Football's world governing body FIFA runs the world's most important sport representing 209 national associations.
And it is not just sport; it's business. Last year's accounts showed FIFA had over a billion dollars in reserve, but controversy has not been far from the organisation's corridors.
FIFA is not the United Nations; FIFA is about sport, it's about football .... We are not there to discuss with political authorities what they should do and what they should not do. We can discuss with them, and again be the platform for them to meet, to exchange and to make sure they are using football as a tool for change. And that's what we're doing .... But we cannot tell a country what should be their foreign policy. That's not our role.
After a corruption scandal erupted in 2010 FIFA has faced a difficult road to three World Cups: Qatar 2022, Russia 2018, Brazil in 2014.
Sepp Blatter is the president of FIFA but the man at the sharp end has been general secretary Jerome Valcke. The Frenchman has taken a tough line on Brazil and is a key decision-maker at FIFA.
"Brazil has to be ready, they have no other choice," Valcke told Al Jazeera. "Does is it mean that all is going to be perfect? That's not the point. Does it mean that all that's been set will be ready on time? That's not the point. The point is to make sure that whatever we need to stage the World Cup will be there.
"We need to ensure that all is ready. I can confirm that and I can say right in your eyes that all will be there to ensure that the World Cup will be a success. There is no Plan B," he added.
From a background as a journalist and television sports executive, he was appointed general secretary in 2007, meaning he has operated during the most turbulent period of FIFA's history.
Russia and Qatar, two future World Cup host countries, have also faced criticism related to their hosting of the tournament.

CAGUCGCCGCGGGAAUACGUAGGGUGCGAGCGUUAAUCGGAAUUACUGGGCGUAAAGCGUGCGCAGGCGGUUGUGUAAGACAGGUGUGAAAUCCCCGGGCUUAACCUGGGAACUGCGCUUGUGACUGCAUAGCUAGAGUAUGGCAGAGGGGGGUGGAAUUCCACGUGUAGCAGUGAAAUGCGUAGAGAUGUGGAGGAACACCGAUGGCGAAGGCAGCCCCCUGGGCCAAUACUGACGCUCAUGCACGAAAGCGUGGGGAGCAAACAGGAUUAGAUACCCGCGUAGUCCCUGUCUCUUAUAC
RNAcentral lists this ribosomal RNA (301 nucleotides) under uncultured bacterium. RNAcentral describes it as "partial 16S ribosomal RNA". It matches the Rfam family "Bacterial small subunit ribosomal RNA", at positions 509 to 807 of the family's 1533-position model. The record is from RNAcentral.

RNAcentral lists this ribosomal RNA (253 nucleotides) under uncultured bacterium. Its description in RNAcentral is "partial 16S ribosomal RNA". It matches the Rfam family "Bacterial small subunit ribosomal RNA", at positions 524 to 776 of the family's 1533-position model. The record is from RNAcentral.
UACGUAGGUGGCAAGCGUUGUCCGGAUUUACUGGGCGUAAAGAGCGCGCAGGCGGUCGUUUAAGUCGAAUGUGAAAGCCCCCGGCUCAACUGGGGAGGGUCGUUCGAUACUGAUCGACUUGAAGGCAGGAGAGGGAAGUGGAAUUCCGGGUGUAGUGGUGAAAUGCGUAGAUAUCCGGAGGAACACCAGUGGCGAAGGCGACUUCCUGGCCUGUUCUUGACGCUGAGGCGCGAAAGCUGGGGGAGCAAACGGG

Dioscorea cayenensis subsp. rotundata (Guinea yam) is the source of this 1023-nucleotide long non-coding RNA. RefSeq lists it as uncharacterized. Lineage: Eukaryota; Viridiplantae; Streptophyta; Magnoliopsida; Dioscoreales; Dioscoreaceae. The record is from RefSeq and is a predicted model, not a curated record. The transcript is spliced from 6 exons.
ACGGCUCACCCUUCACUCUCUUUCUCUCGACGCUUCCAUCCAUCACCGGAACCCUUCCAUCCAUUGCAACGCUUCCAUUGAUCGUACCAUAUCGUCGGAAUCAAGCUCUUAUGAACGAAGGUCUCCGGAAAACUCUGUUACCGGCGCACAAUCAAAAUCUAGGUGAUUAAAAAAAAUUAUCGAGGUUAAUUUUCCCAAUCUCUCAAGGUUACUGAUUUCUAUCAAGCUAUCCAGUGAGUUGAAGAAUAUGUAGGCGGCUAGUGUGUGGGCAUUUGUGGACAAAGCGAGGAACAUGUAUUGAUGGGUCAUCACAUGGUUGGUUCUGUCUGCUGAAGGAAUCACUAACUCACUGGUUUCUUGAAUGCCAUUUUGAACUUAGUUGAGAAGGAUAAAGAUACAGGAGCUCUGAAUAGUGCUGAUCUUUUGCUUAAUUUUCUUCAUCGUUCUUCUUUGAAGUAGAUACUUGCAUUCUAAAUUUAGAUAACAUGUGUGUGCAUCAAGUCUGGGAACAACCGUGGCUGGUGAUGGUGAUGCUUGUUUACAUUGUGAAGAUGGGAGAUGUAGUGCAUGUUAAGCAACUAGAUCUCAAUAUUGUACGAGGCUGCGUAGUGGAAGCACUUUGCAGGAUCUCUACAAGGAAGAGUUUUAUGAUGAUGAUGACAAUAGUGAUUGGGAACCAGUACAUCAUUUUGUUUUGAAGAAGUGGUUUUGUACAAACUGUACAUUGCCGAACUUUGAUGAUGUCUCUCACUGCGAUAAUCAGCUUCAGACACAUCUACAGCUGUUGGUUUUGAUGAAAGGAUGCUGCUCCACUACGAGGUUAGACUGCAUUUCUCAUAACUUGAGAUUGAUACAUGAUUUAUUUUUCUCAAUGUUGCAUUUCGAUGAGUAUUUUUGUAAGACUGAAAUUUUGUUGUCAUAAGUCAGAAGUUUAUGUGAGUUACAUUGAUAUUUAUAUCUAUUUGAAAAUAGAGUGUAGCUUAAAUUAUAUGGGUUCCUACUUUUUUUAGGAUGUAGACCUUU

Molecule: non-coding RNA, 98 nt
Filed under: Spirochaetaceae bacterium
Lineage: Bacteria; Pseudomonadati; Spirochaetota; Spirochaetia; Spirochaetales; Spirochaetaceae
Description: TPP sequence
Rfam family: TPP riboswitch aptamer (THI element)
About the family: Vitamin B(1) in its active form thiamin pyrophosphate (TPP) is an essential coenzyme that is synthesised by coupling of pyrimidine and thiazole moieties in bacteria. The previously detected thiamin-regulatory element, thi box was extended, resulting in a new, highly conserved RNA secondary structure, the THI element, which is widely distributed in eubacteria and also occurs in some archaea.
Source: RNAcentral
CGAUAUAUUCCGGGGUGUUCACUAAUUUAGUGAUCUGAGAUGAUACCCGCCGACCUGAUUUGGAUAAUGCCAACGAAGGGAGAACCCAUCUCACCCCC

Recent events involving Sochi and Crimea have raised questions about the interplay of sport and politics in Russia, while human rights groups have questioned the safety and working conditions of migrants employed in the construction industry in Qatar.
Asked how Qatar was progressing in addressing the issue, Valcke said "we are making progress".
"I am not saying that it will change in six months because that's not the case, it takes time," he said. "What we have to do is to ensure that there will be no more deaths, that you will have a level of safety and security for the people who are working there which is the best."
Valcke said only a "real crisis" would result in a tournament being revoked from a host country: "A real crisis, which puts at risk the organisation of the World Cup, which puts at risk the safety of a country, which puts at risk the fact that you bring people to a country and their safety is no ensured."
So what is next for Brazil, Russia and Qatar? What impact will the World Cup have in these countries? And how will these events shape the career of the general secretary?
We explore all this as Jerome Valcke, general secretary of FIFA, talks to Al Jazeera.
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